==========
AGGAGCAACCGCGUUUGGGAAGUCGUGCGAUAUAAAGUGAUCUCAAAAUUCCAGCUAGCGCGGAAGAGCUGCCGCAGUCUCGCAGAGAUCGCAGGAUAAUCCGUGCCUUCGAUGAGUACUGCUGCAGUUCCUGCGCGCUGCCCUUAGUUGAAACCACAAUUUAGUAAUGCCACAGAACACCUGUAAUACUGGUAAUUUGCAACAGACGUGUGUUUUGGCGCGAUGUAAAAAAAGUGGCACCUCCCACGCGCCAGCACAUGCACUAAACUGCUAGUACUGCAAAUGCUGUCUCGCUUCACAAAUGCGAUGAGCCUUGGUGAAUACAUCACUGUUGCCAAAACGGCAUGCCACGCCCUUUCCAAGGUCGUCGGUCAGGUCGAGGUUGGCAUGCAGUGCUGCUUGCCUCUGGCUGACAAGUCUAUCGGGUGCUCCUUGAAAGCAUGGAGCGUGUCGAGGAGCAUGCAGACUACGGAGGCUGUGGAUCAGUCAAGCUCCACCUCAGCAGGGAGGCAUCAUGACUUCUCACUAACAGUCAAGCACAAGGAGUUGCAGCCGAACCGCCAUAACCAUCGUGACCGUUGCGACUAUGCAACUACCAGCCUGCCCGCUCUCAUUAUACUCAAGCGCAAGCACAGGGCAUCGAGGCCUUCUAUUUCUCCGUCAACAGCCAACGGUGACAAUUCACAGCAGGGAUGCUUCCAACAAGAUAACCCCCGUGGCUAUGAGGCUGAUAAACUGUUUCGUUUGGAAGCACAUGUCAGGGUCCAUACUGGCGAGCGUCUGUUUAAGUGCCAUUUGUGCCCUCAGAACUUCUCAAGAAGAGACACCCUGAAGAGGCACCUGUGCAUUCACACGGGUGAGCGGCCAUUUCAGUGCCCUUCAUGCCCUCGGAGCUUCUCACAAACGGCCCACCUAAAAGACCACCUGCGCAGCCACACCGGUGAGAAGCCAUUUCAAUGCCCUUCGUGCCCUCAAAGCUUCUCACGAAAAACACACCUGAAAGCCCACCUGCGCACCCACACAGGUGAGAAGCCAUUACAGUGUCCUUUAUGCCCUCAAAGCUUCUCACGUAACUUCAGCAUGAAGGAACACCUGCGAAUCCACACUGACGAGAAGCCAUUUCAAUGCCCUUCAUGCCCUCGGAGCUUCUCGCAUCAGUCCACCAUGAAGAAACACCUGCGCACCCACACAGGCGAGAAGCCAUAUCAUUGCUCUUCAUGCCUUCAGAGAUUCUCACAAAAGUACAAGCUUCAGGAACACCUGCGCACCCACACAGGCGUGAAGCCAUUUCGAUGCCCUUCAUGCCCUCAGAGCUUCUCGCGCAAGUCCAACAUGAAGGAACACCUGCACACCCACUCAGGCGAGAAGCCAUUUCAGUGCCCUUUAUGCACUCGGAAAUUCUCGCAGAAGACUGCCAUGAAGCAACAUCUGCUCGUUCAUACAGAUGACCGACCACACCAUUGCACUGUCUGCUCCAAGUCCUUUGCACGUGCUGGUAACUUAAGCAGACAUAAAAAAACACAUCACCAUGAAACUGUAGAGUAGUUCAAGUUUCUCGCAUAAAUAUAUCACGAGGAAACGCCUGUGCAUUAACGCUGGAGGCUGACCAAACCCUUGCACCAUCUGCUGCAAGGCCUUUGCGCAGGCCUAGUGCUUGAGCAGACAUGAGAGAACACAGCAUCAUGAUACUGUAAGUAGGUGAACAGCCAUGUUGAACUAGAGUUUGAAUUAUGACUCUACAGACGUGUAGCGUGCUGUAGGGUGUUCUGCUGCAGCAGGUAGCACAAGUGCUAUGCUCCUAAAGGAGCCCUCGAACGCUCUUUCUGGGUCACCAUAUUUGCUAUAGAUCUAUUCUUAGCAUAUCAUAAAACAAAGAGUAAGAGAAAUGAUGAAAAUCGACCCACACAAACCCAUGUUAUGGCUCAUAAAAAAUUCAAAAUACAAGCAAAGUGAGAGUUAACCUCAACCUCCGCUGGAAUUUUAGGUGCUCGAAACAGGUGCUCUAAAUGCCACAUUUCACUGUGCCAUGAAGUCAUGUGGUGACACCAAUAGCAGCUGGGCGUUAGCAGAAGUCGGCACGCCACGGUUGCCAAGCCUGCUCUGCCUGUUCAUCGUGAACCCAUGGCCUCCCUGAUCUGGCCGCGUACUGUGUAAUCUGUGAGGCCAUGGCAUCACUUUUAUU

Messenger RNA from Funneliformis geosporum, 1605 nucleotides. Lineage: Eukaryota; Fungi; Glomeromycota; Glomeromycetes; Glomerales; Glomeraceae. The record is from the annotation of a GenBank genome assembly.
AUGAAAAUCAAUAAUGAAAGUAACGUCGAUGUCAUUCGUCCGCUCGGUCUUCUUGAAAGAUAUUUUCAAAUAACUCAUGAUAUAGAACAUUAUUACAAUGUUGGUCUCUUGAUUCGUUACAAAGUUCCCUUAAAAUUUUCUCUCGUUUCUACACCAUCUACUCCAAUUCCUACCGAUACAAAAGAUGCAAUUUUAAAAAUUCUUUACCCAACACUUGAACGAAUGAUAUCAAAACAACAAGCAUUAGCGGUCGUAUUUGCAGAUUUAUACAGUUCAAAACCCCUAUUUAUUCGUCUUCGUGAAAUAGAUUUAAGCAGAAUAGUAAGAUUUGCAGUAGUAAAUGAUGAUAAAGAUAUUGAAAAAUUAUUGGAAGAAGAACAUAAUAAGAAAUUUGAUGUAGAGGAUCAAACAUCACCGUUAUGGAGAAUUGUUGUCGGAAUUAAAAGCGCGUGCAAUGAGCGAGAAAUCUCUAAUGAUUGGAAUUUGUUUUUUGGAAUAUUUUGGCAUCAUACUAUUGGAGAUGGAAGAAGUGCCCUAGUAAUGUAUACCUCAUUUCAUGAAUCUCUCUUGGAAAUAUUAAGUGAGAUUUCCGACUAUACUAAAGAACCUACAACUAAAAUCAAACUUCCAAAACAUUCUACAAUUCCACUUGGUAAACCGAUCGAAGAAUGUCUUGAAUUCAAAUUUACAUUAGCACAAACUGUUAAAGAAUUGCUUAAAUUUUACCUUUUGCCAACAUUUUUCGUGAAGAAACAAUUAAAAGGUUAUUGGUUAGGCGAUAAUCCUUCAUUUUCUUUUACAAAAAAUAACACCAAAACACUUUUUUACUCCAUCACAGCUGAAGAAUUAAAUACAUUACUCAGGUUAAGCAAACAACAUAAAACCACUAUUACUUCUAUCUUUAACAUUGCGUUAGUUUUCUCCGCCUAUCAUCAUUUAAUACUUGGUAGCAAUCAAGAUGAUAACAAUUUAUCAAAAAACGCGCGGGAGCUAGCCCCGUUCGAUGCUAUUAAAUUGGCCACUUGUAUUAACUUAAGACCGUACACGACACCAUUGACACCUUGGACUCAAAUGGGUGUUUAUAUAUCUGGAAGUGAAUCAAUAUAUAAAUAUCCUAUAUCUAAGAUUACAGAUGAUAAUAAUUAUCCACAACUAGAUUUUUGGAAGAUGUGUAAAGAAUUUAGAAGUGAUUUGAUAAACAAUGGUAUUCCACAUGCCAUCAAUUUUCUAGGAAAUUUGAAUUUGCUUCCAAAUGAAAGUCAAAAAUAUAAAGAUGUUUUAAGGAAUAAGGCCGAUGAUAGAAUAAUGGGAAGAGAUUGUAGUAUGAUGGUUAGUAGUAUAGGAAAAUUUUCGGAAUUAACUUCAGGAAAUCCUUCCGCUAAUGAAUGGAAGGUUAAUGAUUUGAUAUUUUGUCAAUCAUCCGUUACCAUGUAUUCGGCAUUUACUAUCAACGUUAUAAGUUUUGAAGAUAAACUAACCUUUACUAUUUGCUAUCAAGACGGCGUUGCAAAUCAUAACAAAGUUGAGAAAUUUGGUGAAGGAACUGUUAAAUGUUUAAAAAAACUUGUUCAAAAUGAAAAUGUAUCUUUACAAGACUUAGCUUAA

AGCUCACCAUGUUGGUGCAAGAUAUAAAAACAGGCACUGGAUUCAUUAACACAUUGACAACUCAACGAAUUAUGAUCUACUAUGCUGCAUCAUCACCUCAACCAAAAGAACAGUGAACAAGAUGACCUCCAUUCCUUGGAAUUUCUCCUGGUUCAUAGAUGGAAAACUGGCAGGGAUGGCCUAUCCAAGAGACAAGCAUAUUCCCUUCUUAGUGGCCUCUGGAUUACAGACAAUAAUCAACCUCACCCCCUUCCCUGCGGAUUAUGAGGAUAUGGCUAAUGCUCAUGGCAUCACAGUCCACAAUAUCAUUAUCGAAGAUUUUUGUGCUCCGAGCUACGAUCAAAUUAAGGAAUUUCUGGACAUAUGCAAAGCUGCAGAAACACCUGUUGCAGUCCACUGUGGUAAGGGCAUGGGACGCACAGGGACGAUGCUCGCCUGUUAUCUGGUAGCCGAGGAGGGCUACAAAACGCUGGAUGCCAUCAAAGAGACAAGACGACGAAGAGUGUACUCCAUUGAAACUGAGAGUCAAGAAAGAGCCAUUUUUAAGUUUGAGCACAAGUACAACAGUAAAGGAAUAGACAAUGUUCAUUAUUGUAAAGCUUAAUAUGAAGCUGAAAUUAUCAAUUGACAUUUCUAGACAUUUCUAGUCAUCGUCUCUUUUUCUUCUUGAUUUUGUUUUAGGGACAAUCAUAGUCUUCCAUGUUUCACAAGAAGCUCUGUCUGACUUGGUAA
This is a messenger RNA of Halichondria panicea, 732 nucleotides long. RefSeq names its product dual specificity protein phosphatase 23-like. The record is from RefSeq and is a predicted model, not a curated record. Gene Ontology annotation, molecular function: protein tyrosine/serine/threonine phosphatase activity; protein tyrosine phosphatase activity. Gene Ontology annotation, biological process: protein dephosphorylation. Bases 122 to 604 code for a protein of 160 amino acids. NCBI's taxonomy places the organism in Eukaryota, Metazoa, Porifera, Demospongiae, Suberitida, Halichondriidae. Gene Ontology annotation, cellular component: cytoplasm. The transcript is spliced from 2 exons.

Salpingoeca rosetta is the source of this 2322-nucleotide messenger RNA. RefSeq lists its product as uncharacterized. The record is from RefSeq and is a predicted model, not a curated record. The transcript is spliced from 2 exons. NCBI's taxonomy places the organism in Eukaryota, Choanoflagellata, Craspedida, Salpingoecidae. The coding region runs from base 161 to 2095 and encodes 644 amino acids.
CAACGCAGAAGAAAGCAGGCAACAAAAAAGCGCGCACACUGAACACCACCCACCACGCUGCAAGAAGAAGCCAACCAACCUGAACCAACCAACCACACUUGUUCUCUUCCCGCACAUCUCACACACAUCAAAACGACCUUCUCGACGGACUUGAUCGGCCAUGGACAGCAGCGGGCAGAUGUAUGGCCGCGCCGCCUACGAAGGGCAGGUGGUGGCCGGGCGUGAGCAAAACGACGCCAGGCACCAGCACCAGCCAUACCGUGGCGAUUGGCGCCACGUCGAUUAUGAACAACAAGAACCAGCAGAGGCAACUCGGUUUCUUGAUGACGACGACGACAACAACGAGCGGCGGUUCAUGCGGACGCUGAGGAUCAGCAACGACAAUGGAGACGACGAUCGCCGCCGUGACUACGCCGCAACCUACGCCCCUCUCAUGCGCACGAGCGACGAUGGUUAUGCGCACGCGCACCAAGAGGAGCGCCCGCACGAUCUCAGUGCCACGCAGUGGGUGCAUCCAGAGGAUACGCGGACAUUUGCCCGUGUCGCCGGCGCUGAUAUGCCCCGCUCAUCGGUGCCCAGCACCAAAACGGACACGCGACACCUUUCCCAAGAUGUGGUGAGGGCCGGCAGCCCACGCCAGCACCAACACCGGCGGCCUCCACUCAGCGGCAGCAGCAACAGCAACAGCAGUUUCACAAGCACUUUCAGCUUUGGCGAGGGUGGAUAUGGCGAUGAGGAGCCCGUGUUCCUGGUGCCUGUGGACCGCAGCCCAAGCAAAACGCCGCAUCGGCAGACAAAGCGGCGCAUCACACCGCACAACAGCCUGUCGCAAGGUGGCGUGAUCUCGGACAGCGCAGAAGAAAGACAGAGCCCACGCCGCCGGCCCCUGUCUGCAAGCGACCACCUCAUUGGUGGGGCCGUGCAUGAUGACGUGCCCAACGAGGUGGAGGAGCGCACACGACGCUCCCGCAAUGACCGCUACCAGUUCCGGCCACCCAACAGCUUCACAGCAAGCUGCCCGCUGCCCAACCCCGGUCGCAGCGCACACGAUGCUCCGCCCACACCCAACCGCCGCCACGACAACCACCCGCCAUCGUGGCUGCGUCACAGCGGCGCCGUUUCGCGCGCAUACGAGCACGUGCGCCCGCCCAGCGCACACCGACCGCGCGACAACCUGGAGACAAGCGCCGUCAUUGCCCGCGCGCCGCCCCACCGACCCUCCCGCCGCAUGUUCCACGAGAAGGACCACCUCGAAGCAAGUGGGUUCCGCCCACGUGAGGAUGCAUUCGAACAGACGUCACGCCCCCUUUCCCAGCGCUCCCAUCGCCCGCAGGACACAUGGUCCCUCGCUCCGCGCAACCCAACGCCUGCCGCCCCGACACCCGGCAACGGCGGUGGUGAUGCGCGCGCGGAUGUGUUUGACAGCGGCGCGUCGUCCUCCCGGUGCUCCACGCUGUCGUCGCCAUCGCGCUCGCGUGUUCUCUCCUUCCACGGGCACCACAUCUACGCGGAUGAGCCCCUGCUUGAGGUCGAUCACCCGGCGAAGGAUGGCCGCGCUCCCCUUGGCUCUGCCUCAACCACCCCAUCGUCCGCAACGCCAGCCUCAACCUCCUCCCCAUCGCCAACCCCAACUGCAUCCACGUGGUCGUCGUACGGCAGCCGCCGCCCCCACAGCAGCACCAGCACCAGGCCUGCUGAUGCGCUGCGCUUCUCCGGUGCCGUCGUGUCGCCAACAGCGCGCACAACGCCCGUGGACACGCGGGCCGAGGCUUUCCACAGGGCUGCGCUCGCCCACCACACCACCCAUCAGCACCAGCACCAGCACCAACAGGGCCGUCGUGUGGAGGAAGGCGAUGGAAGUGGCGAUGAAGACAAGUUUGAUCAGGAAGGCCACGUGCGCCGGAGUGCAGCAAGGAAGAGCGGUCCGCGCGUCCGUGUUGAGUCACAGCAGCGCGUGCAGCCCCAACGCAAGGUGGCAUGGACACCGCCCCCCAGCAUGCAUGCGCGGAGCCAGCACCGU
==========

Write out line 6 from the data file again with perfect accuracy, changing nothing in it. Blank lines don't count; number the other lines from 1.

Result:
Salpingoeca rosetta is the source of this 2322-nucleotide messenger RNA. RefSeq lists its product as uncharacterized. The record is from RefSeq and is a predicted model, not a curated record. The transcript is spliced from 2 exons. NCBI's taxonomy places the organism in Eukaryota, Choanoflagellata, Craspedida, Salpingoecidae. The coding region runs from base 161 to 2095 and encodes 644 amino acids.